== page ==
Similar to the Army officer candidates, Air Force officer trainees exist in a gray zone with regard to rank, and their status does not directly correspond to a position of seniority or authority within the standard Air Force ranks. Typically, they are referred to or addressed as "OT," and during the first few weeks of indoctrination, are treated much the same as a new recruit. The pay for an officer trainee, however, is equal to an E-5 on the enlisted pay scale, unless the candidate previously achieved a higher enlisted rank than E-5, ., an E-7 who becomes a candidate would continue to receive E-7 pay, and so on. Once commissioned, the new officer advances to the pay rate of O-1 , unless they have at least four years of active duty service, in which case they are paid the higher O-1E rate in recognition of the prior enlisted service. Such pay continues at promotion to the next two grades ("O-2E" and "O-3E"), but is discontinued at the grade of O-4 .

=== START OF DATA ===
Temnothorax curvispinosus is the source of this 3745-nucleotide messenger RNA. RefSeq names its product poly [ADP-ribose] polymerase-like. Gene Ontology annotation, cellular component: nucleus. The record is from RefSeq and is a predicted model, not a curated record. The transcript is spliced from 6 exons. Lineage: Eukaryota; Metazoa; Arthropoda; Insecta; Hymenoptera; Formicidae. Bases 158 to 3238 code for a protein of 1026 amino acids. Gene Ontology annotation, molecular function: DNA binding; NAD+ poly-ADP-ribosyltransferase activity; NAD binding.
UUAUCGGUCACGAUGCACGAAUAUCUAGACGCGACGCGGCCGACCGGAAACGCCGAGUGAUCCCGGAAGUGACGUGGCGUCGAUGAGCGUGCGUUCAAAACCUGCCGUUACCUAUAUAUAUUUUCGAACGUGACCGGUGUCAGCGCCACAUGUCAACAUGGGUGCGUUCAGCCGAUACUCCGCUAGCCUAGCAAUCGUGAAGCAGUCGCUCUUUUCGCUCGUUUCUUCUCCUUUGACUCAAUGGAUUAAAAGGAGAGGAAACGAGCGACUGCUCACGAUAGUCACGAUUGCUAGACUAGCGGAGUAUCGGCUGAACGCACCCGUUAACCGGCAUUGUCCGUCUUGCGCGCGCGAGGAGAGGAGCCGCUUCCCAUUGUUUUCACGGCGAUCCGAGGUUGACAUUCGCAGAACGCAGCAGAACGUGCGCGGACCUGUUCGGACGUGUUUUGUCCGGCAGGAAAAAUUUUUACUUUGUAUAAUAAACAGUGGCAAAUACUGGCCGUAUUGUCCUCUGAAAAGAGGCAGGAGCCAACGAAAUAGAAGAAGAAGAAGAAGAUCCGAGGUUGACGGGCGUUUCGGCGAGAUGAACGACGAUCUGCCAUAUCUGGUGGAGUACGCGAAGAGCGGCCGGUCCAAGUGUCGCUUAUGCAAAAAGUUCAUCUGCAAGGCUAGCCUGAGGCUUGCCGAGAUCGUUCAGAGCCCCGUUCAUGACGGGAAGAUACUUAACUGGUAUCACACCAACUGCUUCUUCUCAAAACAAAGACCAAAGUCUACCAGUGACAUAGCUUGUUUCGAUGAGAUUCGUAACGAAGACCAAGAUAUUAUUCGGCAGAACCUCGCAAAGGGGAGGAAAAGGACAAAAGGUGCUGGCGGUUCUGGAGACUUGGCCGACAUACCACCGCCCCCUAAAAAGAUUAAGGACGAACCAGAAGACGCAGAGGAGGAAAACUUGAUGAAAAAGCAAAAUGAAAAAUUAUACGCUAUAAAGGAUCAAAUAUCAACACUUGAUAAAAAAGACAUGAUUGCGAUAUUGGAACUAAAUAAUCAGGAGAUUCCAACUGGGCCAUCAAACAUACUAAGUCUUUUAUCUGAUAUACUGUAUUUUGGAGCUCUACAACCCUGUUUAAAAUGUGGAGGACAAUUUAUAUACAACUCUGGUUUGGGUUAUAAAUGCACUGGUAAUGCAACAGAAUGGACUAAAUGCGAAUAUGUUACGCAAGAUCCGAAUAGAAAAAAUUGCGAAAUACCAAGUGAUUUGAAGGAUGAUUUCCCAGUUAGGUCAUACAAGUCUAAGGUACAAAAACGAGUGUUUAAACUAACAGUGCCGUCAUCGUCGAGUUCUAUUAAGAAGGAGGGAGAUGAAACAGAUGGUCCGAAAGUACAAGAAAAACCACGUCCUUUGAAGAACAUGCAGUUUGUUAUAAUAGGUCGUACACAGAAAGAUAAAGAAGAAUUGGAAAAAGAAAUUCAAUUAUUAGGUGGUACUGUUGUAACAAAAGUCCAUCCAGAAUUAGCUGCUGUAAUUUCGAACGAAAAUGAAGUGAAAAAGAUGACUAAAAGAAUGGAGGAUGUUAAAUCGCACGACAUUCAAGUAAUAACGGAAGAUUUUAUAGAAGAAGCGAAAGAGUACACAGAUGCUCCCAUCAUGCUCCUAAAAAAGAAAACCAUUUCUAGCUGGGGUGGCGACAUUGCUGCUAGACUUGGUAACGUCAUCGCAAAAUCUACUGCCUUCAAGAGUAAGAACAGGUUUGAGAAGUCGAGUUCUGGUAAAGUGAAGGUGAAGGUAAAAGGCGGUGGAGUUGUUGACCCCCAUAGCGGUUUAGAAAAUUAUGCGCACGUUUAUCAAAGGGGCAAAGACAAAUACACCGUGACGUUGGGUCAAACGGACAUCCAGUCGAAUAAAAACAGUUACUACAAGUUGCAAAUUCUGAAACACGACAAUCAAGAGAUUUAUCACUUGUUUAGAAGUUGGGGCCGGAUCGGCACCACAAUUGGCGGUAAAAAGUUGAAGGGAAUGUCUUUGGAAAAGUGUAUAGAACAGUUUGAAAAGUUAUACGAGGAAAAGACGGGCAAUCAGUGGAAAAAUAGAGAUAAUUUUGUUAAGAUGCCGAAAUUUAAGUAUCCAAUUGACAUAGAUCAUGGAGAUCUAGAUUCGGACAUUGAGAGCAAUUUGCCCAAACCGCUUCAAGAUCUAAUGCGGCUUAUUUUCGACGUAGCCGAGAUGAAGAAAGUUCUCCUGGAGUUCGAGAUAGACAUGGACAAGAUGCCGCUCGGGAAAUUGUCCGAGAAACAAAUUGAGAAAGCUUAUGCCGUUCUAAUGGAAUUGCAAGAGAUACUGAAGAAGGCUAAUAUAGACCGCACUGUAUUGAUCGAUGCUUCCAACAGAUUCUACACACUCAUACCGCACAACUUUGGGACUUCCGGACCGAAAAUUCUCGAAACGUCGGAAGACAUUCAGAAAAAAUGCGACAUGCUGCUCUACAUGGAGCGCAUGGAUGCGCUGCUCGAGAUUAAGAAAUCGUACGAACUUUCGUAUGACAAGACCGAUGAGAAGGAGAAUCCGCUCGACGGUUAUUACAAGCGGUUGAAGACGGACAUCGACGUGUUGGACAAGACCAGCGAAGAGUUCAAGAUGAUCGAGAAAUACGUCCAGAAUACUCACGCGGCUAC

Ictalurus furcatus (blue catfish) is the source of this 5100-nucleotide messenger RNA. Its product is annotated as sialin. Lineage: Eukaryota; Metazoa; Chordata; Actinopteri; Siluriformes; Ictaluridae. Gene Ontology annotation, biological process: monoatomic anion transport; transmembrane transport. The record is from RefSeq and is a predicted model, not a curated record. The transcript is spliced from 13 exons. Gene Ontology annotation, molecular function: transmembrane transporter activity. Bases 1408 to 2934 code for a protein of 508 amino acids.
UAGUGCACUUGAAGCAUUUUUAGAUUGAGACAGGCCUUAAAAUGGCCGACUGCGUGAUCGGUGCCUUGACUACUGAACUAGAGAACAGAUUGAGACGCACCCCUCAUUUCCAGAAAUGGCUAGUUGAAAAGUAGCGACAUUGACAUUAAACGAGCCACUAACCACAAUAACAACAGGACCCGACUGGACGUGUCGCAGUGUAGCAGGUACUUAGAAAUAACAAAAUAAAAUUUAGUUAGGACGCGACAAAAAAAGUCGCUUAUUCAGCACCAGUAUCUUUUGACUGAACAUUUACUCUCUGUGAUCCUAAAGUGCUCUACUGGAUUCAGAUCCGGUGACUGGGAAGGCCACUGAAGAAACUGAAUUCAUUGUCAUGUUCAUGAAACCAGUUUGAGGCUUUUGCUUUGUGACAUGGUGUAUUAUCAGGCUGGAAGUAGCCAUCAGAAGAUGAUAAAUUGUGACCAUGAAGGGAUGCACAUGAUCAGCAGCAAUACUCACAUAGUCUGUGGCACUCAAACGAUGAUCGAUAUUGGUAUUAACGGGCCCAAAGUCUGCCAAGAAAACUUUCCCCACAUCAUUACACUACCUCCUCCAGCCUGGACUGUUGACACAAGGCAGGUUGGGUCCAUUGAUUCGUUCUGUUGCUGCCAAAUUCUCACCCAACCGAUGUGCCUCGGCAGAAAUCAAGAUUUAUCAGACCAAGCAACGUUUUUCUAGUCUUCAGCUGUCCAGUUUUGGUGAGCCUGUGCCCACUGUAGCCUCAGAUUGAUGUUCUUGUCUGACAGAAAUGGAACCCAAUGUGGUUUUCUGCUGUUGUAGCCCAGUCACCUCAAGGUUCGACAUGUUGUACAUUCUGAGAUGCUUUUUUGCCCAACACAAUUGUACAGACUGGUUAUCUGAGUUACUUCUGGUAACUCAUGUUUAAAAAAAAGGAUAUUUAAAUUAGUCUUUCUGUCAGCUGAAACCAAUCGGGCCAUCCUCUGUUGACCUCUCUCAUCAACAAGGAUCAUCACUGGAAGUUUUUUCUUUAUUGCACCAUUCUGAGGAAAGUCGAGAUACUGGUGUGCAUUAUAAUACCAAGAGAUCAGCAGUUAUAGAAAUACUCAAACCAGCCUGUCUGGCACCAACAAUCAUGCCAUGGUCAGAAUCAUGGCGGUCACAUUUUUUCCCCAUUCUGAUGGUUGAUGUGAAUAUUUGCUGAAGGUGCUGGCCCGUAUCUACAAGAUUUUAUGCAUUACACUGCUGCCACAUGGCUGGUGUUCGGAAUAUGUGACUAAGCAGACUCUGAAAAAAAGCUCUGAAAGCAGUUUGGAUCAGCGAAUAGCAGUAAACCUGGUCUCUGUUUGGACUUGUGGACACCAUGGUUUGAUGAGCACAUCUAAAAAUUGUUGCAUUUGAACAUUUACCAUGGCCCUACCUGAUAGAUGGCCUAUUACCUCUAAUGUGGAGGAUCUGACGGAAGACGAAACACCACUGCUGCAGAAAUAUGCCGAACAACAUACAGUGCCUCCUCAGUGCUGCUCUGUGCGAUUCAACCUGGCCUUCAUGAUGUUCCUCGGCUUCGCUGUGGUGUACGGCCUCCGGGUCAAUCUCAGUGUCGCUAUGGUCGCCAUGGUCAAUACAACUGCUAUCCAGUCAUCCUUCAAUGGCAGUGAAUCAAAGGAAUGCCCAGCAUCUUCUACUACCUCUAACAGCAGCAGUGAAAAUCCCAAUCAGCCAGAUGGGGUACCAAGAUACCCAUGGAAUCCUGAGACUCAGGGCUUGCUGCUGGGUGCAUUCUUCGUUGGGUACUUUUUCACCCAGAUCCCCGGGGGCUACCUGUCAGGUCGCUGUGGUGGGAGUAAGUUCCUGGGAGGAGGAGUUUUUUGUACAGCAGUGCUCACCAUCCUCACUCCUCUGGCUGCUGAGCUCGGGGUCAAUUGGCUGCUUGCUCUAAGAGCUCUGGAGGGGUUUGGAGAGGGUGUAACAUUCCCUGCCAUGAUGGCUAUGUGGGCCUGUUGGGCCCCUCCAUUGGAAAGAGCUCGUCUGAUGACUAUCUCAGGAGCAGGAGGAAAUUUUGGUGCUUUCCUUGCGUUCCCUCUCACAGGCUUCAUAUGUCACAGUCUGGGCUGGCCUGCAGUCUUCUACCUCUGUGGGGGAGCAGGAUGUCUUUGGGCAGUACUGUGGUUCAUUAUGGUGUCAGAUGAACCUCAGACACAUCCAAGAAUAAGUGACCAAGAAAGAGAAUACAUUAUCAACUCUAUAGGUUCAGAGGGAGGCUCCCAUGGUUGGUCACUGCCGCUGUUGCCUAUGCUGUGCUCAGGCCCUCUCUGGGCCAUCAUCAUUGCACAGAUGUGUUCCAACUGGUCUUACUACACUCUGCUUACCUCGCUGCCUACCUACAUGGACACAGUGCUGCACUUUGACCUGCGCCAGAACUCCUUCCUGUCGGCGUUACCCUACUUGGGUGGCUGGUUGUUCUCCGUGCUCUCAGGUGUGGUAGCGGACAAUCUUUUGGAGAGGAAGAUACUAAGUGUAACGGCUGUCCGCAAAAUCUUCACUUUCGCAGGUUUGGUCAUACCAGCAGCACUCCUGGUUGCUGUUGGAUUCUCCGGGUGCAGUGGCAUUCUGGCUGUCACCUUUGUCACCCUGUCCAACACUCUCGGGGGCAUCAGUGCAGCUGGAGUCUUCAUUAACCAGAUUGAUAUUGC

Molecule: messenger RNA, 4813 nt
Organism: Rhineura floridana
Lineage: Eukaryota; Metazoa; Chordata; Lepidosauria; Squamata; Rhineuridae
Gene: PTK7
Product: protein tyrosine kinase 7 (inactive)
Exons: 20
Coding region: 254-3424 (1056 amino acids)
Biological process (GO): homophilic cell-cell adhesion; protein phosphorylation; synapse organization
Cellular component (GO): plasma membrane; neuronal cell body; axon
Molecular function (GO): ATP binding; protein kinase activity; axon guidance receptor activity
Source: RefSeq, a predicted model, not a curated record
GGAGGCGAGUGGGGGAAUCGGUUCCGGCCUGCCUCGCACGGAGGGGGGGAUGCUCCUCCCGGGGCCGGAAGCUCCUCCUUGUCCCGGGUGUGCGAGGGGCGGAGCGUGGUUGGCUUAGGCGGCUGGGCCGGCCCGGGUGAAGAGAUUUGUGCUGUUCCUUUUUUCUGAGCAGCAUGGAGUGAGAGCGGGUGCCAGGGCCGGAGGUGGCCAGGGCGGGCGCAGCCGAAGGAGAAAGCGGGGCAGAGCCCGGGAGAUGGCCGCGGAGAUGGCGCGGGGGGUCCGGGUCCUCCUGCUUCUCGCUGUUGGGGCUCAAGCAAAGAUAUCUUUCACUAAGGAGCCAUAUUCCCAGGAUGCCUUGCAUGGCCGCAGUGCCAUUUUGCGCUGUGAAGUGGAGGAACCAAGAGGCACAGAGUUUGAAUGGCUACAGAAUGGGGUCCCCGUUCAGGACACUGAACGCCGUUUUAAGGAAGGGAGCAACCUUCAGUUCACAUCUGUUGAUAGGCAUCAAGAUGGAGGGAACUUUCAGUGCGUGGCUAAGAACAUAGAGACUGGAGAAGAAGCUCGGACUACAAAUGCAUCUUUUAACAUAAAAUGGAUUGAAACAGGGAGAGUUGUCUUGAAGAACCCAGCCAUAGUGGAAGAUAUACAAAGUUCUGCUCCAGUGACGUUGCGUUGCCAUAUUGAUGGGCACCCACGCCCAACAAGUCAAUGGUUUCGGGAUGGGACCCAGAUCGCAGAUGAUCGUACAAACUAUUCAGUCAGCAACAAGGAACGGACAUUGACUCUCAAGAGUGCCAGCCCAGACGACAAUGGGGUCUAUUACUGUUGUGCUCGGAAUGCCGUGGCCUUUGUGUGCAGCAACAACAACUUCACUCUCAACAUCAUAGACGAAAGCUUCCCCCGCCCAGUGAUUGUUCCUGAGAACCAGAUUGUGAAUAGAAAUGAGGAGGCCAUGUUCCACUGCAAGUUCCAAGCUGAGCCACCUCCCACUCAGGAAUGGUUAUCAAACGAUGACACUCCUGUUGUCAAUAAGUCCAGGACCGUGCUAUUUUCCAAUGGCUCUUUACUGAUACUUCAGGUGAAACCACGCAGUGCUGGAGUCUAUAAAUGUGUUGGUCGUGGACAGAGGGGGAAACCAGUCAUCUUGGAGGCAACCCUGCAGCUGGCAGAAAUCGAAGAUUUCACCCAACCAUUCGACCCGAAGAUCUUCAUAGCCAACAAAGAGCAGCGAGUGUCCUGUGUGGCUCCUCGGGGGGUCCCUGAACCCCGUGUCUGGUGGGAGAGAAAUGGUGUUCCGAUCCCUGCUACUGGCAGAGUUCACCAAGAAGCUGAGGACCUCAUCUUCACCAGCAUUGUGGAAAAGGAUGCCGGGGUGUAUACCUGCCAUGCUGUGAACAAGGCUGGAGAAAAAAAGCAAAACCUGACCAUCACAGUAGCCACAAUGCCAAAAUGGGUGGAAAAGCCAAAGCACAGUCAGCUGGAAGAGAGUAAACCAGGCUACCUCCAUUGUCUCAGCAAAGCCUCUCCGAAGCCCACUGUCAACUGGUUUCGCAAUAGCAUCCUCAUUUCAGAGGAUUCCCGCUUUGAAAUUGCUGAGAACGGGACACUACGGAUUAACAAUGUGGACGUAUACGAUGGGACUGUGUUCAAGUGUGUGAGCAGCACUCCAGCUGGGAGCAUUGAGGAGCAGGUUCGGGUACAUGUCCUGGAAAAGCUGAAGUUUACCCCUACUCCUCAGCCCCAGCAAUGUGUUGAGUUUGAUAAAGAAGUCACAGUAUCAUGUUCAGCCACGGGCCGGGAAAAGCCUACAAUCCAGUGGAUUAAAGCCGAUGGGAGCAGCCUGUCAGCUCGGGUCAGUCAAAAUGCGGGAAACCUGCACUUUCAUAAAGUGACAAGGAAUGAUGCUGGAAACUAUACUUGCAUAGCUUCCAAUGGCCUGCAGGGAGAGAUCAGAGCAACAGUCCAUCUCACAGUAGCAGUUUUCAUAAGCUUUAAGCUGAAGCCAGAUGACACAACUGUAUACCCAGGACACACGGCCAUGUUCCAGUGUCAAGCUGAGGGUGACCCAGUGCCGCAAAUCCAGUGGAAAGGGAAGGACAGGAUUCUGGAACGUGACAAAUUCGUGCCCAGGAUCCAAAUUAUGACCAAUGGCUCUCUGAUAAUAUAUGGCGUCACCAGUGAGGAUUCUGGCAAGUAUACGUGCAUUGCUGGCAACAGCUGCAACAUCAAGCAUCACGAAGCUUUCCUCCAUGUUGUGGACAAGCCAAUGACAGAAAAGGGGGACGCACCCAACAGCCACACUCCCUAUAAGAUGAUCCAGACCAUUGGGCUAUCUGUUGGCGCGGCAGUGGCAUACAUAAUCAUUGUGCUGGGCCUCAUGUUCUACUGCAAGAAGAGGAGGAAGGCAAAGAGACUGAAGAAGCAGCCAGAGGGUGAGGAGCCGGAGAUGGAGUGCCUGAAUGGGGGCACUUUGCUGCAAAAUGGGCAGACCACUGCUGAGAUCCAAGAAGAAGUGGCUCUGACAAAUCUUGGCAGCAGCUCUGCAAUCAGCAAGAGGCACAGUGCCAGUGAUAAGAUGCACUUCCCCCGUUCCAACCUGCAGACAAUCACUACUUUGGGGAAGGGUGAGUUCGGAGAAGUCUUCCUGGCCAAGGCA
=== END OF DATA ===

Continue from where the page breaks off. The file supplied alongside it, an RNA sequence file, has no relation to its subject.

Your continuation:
At the height of the Vietnam War , Infantry OCS produced 7,000 officers annually from five student battalions, all located at Ft. Benning. Also, during the war, a female OCS was once again established; it was stood up at Fort McClellan, Alabama, as part of the WAC Center and School. Other OCS programs were located at Fort Gordon , Georgia (Signal Corps); Fort Sill, Oklahoma (Artillery), Fort Lee, Virginia (Quarter Master),Fort Eustis, Virginia (Transportation), Fort Knox, Kentucky (Armor), Fort Belvoir, Virginia (Engineer) and Aberdeen Proving Ground, Maryland (Ordnance). In April 1973, a branch immaterial OCS was established at Fort Benning, ending the Infantry and Field Artillery based courses. In 1976, with the end of the gender separate Army, the women's OCS was merged with the branch immaterial male course, creating a program very similar to the modern OCS. The United States Military Academy at West Point, New York , also admitted its first female cadets in 1976. However, due to the length of instruction there (4 years), the newly gender-integrated Officer Candidate School had the distinction of commissioning a female second lieutenant before USMA.